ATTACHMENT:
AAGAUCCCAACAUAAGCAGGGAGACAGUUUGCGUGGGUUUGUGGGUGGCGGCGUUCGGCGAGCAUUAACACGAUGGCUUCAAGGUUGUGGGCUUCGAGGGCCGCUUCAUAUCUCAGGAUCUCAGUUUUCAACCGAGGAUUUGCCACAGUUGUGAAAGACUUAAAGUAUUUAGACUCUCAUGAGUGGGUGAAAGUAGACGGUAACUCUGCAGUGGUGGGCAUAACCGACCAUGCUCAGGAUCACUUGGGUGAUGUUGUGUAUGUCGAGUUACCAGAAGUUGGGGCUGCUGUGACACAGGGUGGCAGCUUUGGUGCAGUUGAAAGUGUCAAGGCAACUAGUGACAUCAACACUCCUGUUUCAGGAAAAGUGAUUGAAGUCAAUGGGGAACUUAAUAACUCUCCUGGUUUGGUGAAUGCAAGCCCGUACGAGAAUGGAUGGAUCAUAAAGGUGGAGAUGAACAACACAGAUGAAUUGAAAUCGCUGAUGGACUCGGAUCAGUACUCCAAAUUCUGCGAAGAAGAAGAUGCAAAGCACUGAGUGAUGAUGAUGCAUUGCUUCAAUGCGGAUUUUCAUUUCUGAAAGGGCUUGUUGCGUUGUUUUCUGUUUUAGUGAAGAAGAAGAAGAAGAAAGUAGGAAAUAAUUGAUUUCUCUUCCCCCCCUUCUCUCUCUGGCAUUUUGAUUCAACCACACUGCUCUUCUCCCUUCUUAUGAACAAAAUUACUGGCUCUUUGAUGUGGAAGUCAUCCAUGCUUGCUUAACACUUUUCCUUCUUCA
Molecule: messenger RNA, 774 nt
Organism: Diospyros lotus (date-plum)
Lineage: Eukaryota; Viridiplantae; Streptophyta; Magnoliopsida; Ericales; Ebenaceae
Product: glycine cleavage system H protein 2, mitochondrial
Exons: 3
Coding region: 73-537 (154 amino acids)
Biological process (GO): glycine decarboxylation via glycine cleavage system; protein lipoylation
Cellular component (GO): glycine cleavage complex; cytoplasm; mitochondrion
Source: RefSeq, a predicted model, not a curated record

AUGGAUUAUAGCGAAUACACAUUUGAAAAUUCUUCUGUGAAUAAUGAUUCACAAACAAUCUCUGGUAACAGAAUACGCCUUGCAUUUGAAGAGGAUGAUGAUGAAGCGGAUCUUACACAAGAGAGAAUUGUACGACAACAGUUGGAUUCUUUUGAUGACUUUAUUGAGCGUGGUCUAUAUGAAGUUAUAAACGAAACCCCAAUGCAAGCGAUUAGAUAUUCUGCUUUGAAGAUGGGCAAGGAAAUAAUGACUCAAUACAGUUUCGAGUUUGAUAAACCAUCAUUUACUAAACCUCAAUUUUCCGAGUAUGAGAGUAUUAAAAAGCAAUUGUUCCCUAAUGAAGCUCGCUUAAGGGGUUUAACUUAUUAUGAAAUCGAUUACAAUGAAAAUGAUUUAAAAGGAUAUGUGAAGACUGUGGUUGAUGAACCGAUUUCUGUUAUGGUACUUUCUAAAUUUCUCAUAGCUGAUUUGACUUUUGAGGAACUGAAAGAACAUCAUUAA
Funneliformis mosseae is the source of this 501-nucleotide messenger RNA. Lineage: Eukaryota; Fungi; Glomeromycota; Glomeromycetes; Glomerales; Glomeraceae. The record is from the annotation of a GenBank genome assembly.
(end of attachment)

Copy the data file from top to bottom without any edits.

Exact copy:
AAGAUCCCAACAUAAGCAGGGAGACAGUUUGCGUGGGUUUGUGGGUGGCGGCGUUCGGCGAGCAUUAACACGAUGGCUUCAAGGUUGUGGGCUUCGAGGGCCGCUUCAUAUCUCAGGAUCUCAGUUUUCAACCGAGGAUUUGCCACAGUUGUGAAAGACUUAAAGUAUUUAGACUCUCAUGAGUGGGUGAAAGUAGACGGUAACUCUGCAGUGGUGGGCAUAACCGACCAUGCUCAGGAUCACUUGGGUGAUGUUGUGUAUGUCGAGUUACCAGAAGUUGGGGCUGCUGUGACACAGGGUGGCAGCUUUGGUGCAGUUGAAAGUGUCAAGGCAACUAGUGACAUCAACACUCCUGUUUCAGGAAAAGUGAUUGAAGUCAAUGGGGAACUUAAUAACUCUCCUGGUUUGGUGAAUGCAAGCCCGUACGAGAAUGGAUGGAUCAUAAAGGUGGAGAUGAACAACACAGAUGAAUUGAAAUCGCUGAUGGACUCGGAUCAGUACUCCAAAUUCUGCGAAGAAGAAGAUGCAAAGCACUGAGUGAUGAUGAUGCAUUGCUUCAAUGCGGAUUUUCAUUUCUGAAAGGGCUUGUUGCGUUGUUUUCUGUUUUAGUGAAGAAGAAGAAGAAGAAAGUAGGAAAUAAUUGAUUUCUCUUCCCCCCCUUCUCUCUCUGGCAUUUUGAUUCAACCACACUGCUCUUCUCCCUUCUUAUGAACAAAAUUACUGGCUCUUUGAUGUGGAAGUCAUCCAUGCUUGCUUAACACUUUUCCUUCUUCA
Molecule: messenger RNA, 774 nt
Organism: Diospyros lotus (date-plum)
Lineage: Eukaryota; Viridiplantae; Streptophyta; Magnoliopsida; Ericales; Ebenaceae
Product: glycine cleavage system H protein 2, mitochondrial
Exons: 3
Coding region: 73-537 (154 amino acids)
Biological process (GO): glycine decarboxylation via glycine cleavage system; protein lipoylation
Cellular component (GO): glycine cleavage complex; cytoplasm; mitochondrion
Source: RefSeq, a predicted model, not a curated record

AUGGAUUAUAGCGAAUACACAUUUGAAAAUUCUUCUGUGAAUAAUGAUUCACAAACAAUCUCUGGUAACAGAAUACGCCUUGCAUUUGAAGAGGAUGAUGAUGAAGCGGAUCUUACACAAGAGAGAAUUGUACGACAACAGUUGGAUUCUUUUGAUGACUUUAUUGAGCGUGGUCUAUAUGAAGUUAUAAACGAAACCCCAAUGCAAGCGAUUAGAUAUUCUGCUUUGAAGAUGGGCAAGGAAAUAAUGACUCAAUACAGUUUCGAGUUUGAUAAACCAUCAUUUACUAAACCUCAAUUUUCCGAGUAUGAGAGUAUUAAAAAGCAAUUGUUCCCUAAUGAAGCUCGCUUAAGGGGUUUAACUUAUUAUGAAAUCGAUUACAAUGAAAAUGAUUUAAAAGGAUAUGUGAAGACUGUGGUUGAUGAACCGAUUUCUGUUAUGGUACUUUCUAAAUUUCUCAUAGCUGAUUUGACUUUUGAGGAACUGAAAGAACAUCAUUAA
Funneliformis mosseae is the source of this 501-nucleotide messenger RNA. Lineage: Eukaryota; Fungi; Glomeromycota; Glomeromycetes; Glomerales; Glomeraceae. The record is from the annotation of a GenBank genome assembly.